China, Singapore, Water

Cashing in on China’s Demand for Clean Water

Water treatment could be clean tech’s next big growth sector in the mainland, as economic expansion has led to shortages

November 6, 2007 (BusinessWeek) – Singapore’s first desalination plant opened in 2003. It was located on a piece of land in the island-state’s west that had itself been reclaimed from the sea some years before. The plant is now contracted to turn seawater into 136,000 cubic meters of drinking water a day for the resource-strapped island-state.

The plant is surprisingly quiet. It operates with hardly any noise and is run by just 10 workers. Add a perpetual sea breeze and, as one staff member at the plant noted, it’s practically like being at a holiday resort.

Now, Hyflux, the company behind the Singapore plant, is building a similar facility in China’s coastal city of Tianjin to service a refinery owned by oil and gas giant Sinopec. It will be China’s largest seawater desalination plant, with an output of 100,000 cubic meters, when it is completed in 2009.

“The problems in China, especially environmental ones, are an opportunity for us,” said Sam Ong, Hyflux’s chief investment officer.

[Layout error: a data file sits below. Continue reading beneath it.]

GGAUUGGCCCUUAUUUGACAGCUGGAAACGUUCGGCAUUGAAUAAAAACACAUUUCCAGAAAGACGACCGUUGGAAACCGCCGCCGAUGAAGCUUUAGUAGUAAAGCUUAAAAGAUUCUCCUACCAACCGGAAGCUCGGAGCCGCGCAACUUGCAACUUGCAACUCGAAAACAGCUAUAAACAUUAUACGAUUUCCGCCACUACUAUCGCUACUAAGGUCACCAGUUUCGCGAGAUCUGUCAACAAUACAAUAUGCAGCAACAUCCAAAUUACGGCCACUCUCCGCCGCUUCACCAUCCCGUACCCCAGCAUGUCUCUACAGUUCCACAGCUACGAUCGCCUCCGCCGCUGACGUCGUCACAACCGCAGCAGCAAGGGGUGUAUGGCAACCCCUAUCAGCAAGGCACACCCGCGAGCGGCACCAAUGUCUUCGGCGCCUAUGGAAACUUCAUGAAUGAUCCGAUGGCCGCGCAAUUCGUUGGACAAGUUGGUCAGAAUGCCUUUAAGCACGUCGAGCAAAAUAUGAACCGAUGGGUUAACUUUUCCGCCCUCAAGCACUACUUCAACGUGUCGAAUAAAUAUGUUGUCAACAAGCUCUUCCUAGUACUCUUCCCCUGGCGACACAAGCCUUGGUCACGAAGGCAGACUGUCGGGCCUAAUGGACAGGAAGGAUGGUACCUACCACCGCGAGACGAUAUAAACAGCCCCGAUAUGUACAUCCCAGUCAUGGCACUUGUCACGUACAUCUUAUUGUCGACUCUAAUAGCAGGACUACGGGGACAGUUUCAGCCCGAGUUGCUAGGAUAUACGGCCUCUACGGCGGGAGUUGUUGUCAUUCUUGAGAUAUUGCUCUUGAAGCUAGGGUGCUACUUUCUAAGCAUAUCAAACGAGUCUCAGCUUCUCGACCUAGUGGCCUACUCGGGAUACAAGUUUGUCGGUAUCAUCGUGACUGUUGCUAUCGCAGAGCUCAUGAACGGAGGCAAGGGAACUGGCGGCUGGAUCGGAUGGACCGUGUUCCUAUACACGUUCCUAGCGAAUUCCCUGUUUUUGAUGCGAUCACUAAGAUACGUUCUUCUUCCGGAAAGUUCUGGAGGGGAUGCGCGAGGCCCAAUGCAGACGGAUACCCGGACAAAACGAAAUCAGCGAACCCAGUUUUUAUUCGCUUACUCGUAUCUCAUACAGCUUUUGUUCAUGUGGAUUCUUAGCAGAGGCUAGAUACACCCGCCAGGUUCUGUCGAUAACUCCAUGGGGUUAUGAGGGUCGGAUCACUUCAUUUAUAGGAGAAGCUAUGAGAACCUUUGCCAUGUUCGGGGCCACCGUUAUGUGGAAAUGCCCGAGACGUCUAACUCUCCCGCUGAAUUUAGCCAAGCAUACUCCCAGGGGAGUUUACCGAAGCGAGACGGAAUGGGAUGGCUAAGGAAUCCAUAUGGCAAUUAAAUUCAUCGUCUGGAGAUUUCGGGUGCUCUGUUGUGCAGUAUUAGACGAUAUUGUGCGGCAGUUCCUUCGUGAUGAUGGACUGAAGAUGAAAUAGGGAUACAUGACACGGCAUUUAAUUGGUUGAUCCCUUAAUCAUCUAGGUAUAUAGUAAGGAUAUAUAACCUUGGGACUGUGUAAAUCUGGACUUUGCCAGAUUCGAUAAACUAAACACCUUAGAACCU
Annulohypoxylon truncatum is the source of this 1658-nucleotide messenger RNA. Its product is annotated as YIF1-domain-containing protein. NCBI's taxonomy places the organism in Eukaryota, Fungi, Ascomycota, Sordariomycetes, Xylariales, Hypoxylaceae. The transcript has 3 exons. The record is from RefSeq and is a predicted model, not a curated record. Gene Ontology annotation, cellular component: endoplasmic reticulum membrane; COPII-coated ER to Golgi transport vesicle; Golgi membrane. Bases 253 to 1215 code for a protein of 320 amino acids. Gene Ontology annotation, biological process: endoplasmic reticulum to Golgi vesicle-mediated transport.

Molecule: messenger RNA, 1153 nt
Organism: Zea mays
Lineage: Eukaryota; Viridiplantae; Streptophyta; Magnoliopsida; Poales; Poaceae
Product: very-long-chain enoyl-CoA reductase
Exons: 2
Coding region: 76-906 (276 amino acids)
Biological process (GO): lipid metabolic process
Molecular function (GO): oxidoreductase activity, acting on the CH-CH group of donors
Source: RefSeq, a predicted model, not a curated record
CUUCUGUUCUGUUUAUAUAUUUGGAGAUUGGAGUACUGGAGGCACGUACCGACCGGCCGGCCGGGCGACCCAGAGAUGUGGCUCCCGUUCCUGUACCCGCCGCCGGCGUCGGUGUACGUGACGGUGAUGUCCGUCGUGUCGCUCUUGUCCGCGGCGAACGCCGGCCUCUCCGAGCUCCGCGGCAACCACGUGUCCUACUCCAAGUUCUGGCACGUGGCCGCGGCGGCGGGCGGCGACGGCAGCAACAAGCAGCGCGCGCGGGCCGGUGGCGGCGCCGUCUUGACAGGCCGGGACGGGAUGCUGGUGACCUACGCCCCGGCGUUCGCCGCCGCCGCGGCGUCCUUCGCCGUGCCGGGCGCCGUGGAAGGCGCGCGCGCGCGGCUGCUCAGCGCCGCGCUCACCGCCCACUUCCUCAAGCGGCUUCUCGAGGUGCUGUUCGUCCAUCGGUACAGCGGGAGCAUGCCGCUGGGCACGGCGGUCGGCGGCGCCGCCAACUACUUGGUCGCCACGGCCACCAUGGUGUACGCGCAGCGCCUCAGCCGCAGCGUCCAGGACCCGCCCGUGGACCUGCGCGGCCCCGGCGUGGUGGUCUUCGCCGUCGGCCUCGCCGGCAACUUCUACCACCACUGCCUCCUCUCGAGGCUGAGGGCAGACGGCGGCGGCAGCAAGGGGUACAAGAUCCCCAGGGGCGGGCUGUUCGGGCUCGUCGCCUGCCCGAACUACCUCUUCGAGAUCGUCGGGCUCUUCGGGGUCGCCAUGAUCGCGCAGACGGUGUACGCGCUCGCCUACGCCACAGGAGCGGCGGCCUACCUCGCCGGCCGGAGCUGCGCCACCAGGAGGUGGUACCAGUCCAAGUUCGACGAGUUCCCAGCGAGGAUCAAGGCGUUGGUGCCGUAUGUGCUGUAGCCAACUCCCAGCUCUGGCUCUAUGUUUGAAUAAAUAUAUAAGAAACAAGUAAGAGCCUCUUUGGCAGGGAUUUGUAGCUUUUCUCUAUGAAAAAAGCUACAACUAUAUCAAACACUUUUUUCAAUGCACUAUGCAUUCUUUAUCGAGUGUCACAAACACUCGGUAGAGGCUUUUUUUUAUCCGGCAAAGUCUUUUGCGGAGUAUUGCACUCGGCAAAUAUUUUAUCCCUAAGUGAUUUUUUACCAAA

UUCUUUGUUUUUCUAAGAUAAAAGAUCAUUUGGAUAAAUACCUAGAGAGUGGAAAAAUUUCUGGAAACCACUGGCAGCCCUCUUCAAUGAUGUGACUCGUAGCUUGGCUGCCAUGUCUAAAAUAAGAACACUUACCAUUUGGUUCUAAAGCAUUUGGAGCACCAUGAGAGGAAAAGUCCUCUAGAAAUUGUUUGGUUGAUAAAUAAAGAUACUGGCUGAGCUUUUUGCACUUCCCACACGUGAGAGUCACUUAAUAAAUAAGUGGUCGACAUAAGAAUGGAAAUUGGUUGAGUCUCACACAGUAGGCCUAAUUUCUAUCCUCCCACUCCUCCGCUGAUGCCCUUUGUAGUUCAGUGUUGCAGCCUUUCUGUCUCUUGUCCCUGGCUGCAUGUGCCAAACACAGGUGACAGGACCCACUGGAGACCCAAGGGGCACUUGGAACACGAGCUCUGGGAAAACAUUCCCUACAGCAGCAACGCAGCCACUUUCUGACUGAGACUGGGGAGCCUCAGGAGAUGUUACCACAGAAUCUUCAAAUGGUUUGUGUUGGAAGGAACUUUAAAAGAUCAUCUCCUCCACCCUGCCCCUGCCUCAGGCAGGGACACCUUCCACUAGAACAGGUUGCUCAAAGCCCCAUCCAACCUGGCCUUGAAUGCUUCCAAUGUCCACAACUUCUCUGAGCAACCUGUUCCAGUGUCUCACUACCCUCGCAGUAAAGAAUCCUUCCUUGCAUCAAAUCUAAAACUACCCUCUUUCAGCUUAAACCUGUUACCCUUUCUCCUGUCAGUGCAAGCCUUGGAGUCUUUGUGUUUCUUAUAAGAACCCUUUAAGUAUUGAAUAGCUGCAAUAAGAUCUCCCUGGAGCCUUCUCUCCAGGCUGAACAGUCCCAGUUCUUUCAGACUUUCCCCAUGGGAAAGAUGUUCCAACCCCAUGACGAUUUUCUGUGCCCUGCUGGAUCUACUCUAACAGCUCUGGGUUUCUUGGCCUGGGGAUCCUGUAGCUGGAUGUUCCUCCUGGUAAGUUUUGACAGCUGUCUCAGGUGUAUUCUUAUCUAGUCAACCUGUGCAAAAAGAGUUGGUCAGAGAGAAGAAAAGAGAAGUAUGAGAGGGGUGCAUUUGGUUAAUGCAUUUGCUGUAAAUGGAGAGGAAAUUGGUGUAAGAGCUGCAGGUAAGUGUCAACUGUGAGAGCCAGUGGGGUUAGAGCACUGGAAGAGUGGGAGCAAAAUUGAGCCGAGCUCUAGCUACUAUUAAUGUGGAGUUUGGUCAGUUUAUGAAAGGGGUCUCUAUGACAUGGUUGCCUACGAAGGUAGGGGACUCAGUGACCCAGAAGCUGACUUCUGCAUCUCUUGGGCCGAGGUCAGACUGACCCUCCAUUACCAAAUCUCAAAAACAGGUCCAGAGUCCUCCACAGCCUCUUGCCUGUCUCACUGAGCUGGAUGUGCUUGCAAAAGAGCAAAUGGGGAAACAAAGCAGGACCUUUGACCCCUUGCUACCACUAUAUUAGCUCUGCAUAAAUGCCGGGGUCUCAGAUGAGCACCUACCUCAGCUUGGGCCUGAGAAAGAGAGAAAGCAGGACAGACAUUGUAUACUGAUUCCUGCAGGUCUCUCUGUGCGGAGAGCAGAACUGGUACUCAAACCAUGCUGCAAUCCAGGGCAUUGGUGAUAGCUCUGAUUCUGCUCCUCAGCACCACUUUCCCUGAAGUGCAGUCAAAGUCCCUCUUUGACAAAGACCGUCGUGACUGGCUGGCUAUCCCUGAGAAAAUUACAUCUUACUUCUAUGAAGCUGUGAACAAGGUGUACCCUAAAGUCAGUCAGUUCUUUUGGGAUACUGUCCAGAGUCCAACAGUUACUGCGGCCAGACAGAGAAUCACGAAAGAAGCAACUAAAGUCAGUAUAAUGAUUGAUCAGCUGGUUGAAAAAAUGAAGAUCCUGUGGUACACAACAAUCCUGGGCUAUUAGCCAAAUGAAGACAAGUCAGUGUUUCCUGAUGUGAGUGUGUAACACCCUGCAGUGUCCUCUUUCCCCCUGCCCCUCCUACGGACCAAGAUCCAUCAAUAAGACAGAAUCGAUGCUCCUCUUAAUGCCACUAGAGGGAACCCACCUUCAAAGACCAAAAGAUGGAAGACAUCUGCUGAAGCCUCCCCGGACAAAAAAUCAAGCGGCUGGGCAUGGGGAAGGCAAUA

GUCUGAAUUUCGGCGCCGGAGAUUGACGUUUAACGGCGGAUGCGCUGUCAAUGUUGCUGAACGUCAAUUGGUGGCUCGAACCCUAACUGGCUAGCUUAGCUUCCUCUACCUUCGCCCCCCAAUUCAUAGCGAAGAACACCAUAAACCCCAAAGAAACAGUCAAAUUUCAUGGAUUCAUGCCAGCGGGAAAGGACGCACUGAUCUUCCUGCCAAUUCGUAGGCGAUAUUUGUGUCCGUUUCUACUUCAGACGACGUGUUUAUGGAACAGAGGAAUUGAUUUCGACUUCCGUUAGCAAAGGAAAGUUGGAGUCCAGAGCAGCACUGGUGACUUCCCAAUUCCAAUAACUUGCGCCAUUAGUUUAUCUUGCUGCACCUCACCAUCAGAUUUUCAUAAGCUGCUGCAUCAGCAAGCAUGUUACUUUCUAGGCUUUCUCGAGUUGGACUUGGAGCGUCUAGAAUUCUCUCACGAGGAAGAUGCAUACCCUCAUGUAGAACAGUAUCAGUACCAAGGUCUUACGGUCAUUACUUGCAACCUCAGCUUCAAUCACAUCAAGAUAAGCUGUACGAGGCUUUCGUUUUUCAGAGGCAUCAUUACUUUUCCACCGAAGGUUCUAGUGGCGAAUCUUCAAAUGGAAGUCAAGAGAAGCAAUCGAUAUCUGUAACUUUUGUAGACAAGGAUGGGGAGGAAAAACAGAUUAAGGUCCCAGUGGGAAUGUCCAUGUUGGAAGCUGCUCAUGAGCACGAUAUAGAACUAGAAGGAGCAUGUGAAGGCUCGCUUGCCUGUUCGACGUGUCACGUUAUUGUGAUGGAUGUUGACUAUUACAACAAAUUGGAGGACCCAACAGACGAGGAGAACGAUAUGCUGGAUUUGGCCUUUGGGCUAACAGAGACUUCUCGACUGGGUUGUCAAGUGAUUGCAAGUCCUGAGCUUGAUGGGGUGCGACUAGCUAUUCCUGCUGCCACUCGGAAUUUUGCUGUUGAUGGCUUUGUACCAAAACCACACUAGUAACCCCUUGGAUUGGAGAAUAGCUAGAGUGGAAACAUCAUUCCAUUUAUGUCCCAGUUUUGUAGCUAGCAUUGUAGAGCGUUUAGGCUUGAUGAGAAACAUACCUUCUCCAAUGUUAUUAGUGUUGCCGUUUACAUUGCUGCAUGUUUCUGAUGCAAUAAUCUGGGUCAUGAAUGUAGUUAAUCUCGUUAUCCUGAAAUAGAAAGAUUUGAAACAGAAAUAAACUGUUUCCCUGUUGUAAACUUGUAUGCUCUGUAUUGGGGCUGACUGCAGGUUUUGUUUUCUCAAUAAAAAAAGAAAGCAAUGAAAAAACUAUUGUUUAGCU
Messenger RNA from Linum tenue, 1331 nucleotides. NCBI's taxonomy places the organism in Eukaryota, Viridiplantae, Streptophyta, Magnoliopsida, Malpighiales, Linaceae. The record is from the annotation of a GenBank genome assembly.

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India, Water

Dow & WHI to Provide Water Systems for 11 Million People in India

October 2, 2007 (CSWire) – The Dow Chemical Company in conjunction with WaterHealth International, revealed last week its commitment to provide $30 million of loan guarantees to support the financing of up to 2,000 WHI community water systems, serving 11 million people in rural India. This commitment was highlighted at the Clinton Global Initiative (CGI) 2007 Annual Meeting, an invitation-only gathering of heads of state, CEOs and other global leaders from around the world. With this commitment, Dow and WHI are combining efforts to address the global challenge of more than one billion people without access to safe, clean drinking water. Continue reading

Biofuels, Clean Energy, Fuel Cells, Solar, Transportation, Water, Wind

ABN Amro Launches Clean Tech Fund

October 3, 2007 (Asian Investor) – ABN Amro Asset Management has launched a Clean Tech Fund that will invest globally and will have an investment horizon of around three to five years. The fund will be managed from Paris by a team of fund managers led by Dominique Pouliquen and will be available to investors worldwide. Pouliquen and his team will consider investing only in so-called clean technology companies that derive at least 50% of their revenues from environmentally friendly technological advances or are leaders in the particular area where they are advancing environmental sustainability. An example of a company that fits this requirement is Toyota Motor Corporation in Japan, which is a leading manufacturer of hybrid vehicles and has strong brand recognition in this area.

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